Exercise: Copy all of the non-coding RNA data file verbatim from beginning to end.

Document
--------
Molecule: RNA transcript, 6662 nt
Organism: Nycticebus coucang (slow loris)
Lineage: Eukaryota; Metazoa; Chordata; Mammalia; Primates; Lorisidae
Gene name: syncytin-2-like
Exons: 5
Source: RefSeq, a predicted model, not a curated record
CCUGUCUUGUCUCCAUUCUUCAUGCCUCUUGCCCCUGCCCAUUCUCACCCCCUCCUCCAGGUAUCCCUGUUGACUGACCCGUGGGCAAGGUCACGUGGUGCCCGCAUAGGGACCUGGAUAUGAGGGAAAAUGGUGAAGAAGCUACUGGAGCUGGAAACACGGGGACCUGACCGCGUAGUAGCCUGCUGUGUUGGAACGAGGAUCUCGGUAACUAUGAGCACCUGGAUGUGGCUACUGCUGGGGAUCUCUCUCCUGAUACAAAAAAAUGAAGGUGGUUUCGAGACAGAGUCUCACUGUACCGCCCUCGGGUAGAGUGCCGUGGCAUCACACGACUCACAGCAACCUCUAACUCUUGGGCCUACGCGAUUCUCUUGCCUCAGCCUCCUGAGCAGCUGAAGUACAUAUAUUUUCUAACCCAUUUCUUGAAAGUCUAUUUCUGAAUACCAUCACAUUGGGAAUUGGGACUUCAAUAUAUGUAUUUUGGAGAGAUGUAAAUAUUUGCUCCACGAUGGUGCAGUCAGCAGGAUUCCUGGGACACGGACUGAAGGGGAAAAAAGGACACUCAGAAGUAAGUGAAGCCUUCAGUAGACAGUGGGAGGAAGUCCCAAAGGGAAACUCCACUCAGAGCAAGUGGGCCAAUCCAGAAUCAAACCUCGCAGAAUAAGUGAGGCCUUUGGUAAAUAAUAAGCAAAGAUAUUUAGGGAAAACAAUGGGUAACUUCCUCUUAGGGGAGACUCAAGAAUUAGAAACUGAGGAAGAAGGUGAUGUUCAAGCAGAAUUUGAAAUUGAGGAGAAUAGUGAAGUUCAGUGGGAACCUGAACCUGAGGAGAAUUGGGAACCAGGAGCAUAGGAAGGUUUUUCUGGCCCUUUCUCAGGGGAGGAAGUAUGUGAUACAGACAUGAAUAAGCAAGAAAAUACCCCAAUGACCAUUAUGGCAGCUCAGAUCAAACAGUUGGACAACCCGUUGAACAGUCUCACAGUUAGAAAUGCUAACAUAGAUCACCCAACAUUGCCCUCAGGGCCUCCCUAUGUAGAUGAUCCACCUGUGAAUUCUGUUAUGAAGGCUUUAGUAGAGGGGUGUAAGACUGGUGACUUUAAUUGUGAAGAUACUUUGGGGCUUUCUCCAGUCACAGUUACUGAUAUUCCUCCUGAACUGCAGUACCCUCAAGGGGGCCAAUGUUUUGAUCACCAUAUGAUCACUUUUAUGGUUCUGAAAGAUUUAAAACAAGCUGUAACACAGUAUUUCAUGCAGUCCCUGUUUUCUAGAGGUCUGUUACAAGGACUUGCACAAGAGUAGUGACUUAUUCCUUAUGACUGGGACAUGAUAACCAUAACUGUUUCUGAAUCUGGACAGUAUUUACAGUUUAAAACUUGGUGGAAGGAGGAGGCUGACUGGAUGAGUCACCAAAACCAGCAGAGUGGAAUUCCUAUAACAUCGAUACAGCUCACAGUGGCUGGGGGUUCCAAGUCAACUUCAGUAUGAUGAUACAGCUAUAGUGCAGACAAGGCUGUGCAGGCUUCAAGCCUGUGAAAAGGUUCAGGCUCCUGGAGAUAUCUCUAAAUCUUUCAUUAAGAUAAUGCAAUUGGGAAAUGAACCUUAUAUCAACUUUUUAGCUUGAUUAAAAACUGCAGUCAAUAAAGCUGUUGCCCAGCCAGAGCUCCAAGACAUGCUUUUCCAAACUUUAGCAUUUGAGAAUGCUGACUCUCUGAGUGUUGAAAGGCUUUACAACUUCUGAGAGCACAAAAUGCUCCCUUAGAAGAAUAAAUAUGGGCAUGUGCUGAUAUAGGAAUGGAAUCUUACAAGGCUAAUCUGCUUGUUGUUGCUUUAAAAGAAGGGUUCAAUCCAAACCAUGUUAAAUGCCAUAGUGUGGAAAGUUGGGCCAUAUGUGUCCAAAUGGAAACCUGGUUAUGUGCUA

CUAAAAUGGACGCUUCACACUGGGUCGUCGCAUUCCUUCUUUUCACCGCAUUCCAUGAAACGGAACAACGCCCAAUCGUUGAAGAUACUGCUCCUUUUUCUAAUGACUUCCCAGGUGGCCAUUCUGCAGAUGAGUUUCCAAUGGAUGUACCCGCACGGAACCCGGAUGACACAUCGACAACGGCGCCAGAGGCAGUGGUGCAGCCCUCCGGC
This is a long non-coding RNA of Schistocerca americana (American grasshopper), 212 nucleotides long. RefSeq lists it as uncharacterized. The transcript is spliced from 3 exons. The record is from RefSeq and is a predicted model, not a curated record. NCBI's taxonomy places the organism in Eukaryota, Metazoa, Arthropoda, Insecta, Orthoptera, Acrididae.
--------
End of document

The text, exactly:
Molecule: RNA transcript, 6662 nt
Organism: Nycticebus coucang (slow loris)
Lineage: Eukaryota; Metazoa; Chordata; Mammalia; Primates; Lorisidae
Gene name: syncytin-2-like
Exons: 5
Source: RefSeq, a predicted model, not a curated record
CCUGUCUUGUCUCCAUUCUUCAUGCCUCUUGCCCCUGCCCAUUCUCACCCCCUCCUCCAGGUAUCCCUGUUGACUGACCCGUGGGCAAGGUCACGUGGUGCCCGCAUAGGGACCUGGAUAUGAGGGAAAAUGGUGAAGAAGCUACUGGAGCUGGAAACACGGGGACCUGACCGCGUAGUAGCCUGCUGUGUUGGAACGAGGAUCUCGGUAACUAUGAGCACCUGGAUGUGGCUACUGCUGGGGAUCUCUCUCCUGAUACAAAAAAAUGAAGGUGGUUUCGAGACAGAGUCUCACUGUACCGCCCUCGGGUAGAGUGCCGUGGCAUCACACGACUCACAGCAACCUCUAACUCUUGGGCCUACGCGAUUCUCUUGCCUCAGCCUCCUGAGCAGCUGAAGUACAUAUAUUUUCUAACCCAUUUCUUGAAAGUCUAUUUCUGAAUACCAUCACAUUGGGAAUUGGGACUUCAAUAUAUGUAUUUUGGAGAGAUGUAAAUAUUUGCUCCACGAUGGUGCAGUCAGCAGGAUUCCUGGGACACGGACUGAAGGGGAAAAAAGGACACUCAGAAGUAAGUGAAGCCUUCAGUAGACAGUGGGAGGAAGUCCCAAAGGGAAACUCCACUCAGAGCAAGUGGGCCAAUCCAGAAUCAAACCUCGCAGAAUAAGUGAGGCCUUUGGUAAAUAAUAAGCAAAGAUAUUUAGGGAAAACAAUGGGUAACUUCCUCUUAGGGGAGACUCAAGAAUUAGAAACUGAGGAAGAAGGUGAUGUUCAAGCAGAAUUUGAAAUUGAGGAGAAUAGUGAAGUUCAGUGGGAACCUGAACCUGAGGAGAAUUGGGAACCAGGAGCAUAGGAAGGUUUUUCUGGCCCUUUCUCAGGGGAGGAAGUAUGUGAUACAGACAUGAAUAAGCAAGAAAAUACCCCAAUGACCAUUAUGGCAGCUCAGAUCAAACAGUUGGACAACCCGUUGAACAGUCUCACAGUUAGAAAUGCUAACAUAGAUCACCCAACAUUGCCCUCAGGGCCUCCCUAUGUAGAUGAUCCACCUGUGAAUUCUGUUAUGAAGGCUUUAGUAGAGGGGUGUAAGACUGGUGACUUUAAUUGUGAAGAUACUUUGGGGCUUUCUCCAGUCACAGUUACUGAUAUUCCUCCUGAACUGCAGUACCCUCAAGGGGGCCAAUGUUUUGAUCACCAUAUGAUCACUUUUAUGGUUCUGAAAGAUUUAAAACAAGCUGUAACACAGUAUUUCAUGCAGUCCCUGUUUUCUAGAGGUCUGUUACAAGGACUUGCACAAGAGUAGUGACUUAUUCCUUAUGACUGGGACAUGAUAACCAUAACUGUUUCUGAAUCUGGACAGUAUUUACAGUUUAAAACUUGGUGGAAGGAGGAGGCUGACUGGAUGAGUCACCAAAACCAGCAGAGUGGAAUUCCUAUAACAUCGAUACAGCUCACAGUGGCUGGGGGUUCCAAGUCAACUUCAGUAUGAUGAUACAGCUAUAGUGCAGACAAGGCUGUGCAGGCUUCAAGCCUGUGAAAAGGUUCAGGCUCCUGGAGAUAUCUCUAAAUCUUUCAUUAAGAUAAUGCAAUUGGGAAAUGAACCUUAUAUCAACUUUUUAGCUUGAUUAAAAACUGCAGUCAAUAAAGCUGUUGCCCAGCCAGAGCUCCAAGACAUGCUUUUCCAAACUUUAGCAUUUGAGAAUGCUGACUCUCUGAGUGUUGAAAGGCUUUACAACUUCUGAGAGCACAAAAUGCUCCCUUAGAAGAAUAAAUAUGGGCAUGUGCUGAUAUAGGAAUGGAAUCUUACAAGGCUAAUCUGCUUGUUGUUGCUUUAAAAGAAGGGUUCAAUCCAAACCAUGUUAAAUGCCAUAGUGUGGAAAGUUGGGCCAUAUGUGUCCAAAUGGAAACCUGGUUAUGUGCUA

CUAAAAUGGACGCUUCACACUGGGUCGUCGCAUUCCUUCUUUUCACCGCAUUCCAUGAAACGGAACAACGCCCAAUCGUUGAAGAUACUGCUCCUUUUUCUAAUGACUUCCCAGGUGGCCAUUCUGCAGAUGAGUUUCCAAUGGAUGUACCCGCACGGAACCCGGAUGACACAUCGACAACGGCGCCAGAGGCAGUGGUGCAGCCCUCCGGC
This is a long non-coding RNA of Schistocerca americana (American grasshopper), 212 nucleotides long. RefSeq lists it as uncharacterized. The transcript is spliced from 3 exons. The record is from RefSeq and is a predicted model, not a curated record. NCBI's taxonomy places the organism in Eukaryota, Metazoa, Arthropoda, Insecta, Orthoptera, Acrididae.